The Garden Tour - M - Back toward the cottage

2011.10.08.tour19kDespite our best work, we have this sumac. The staghorn sumac was originally growing near the Lower Bush Garden, planted in a large, buried nursery tub. After some years, one spring I discovered that its roots had escaped the drainage holes and were coming up in nearby beds. Major work was at hand.
Despite surrounding it with 36” deep bamboo retainer, you can see some at the left. It constantly escapes but, after all, the bed to the right is the ‘Sumac Garden.’

2011.10.08.tour20As we walk out of the Magnolia Garden and around the Mound House, the camera looks north to have another view of the Magnolia Garden. At the right is the Redwood Gap bed, at the left the Pyramid Bed.

2011.10.08.tour20aThe Gladiolus Bed at the left, you can see the Garden Barn in the distance.

2011.10.08.tour20bHere we approach the Catalpa Bed on the right, named for the Chinese catalpa with its huge leaves. At the left is the Boysenberry Bed. Beyond these are the Dancing Circle Gardens.

2011.10.08.tour20bbAlthough out of sequence for the ‘walking tour’ this photo is for perspective, looking across the Dancing Circle from the other side so you can better see just where we are.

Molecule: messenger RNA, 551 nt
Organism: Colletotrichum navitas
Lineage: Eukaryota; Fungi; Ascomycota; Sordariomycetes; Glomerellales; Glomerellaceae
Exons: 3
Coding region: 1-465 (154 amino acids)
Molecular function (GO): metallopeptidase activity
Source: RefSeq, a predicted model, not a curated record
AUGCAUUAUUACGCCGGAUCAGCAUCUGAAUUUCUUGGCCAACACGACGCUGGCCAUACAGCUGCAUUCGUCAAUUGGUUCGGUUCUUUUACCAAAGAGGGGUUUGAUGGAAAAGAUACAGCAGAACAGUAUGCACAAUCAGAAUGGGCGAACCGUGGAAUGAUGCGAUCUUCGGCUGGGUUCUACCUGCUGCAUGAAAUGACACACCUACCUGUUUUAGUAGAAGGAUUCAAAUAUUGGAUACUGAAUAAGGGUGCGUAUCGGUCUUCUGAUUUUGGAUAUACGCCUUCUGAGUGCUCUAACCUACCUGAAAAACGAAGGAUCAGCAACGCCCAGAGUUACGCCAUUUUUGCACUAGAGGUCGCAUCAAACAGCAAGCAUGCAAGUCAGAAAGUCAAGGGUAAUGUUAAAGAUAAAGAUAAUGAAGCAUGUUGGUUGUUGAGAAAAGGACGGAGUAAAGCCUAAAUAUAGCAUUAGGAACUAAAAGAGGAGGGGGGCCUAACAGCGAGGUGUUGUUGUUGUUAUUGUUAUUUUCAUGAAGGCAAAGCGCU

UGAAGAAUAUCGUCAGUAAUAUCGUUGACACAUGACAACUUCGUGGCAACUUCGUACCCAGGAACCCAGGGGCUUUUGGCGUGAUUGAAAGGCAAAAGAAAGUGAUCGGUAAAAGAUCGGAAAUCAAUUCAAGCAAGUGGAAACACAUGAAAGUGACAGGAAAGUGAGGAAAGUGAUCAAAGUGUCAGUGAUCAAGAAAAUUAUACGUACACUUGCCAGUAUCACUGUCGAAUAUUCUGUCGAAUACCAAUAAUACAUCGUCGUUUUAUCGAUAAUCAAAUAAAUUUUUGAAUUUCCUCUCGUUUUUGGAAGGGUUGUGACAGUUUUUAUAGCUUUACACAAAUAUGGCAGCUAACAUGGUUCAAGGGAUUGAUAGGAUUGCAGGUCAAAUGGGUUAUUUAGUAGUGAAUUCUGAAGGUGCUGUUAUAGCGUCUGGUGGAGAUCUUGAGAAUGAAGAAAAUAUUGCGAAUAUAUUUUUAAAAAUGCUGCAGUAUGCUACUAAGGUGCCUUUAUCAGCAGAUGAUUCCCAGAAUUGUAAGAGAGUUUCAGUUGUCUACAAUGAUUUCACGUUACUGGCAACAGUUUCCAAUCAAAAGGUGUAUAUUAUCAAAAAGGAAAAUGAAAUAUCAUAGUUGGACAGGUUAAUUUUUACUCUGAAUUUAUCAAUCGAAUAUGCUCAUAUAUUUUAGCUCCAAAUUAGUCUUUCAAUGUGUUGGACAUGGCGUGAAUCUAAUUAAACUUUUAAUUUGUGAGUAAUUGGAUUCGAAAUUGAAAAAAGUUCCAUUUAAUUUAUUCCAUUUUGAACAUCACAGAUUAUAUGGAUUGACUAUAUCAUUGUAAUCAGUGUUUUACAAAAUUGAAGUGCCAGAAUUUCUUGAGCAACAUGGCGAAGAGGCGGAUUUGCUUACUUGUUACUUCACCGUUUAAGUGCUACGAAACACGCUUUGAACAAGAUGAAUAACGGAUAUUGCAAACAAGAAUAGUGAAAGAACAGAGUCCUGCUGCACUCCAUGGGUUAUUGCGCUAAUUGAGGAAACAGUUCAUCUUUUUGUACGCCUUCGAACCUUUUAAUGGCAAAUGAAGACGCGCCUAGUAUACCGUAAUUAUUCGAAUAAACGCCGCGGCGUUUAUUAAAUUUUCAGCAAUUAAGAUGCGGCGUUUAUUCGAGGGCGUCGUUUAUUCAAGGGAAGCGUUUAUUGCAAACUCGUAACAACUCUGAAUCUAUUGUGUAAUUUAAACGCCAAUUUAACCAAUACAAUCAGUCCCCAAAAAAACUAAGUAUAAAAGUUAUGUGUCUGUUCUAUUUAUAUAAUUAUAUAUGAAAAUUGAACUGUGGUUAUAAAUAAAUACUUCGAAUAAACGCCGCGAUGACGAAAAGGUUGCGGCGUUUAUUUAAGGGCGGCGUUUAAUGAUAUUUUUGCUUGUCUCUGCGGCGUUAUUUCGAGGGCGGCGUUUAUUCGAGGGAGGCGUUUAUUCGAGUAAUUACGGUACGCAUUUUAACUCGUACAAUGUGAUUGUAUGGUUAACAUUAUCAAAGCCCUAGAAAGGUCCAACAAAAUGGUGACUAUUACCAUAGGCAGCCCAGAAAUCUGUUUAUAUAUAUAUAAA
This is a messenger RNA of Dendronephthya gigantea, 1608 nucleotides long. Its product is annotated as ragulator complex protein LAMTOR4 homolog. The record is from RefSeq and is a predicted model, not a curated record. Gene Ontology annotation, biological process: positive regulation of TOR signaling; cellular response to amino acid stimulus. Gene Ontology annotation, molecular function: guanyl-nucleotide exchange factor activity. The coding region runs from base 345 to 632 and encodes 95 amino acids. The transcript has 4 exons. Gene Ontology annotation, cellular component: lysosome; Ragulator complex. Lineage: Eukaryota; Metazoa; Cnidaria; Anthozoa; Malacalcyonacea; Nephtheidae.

2011.10.08.tour20cAs we pass the entrance to the Dancing Circler at left, we return to the bustling area of activity, where the Garden Barn is the center for garden tools as well as the wooden houses )seem attached to the SW corner of the Garden Barn) for our Mason bees.

2011.10.08.tour20dAt the lower left is the northwest area of the Dancing Circle Gardens. Above them we see Strawberry Hill with the hose containers placed for their winter wait.    Above the hoses is the kiwi trellis.

2011.10.08.tour20eHere we look to the left (the three photos above were taken from that spot). The Rosemary Island Beds at center, the reddening leaves of the Lower Bush Garden blueberries above those, even the plum trees in the Plum Thicket Gardens… this is a view which truly shows the gardens.

2011.10.08.tour20fNow we’re nearing The Narrows, with the two sliding doors of the storage area easily seen, as well as the Gravenstein apple which is just outside the main window of the classroom.
I trust you enjoyed your tour.

As it says in The Holy Books of the Devas, “all life upon the Earth was good…”

All photos and text by Rev. Paul Beyerl

The only true way to experience Hermit's Grove is to walk the paths and the separate gardens. Click on any photo in these pages to see it full size!

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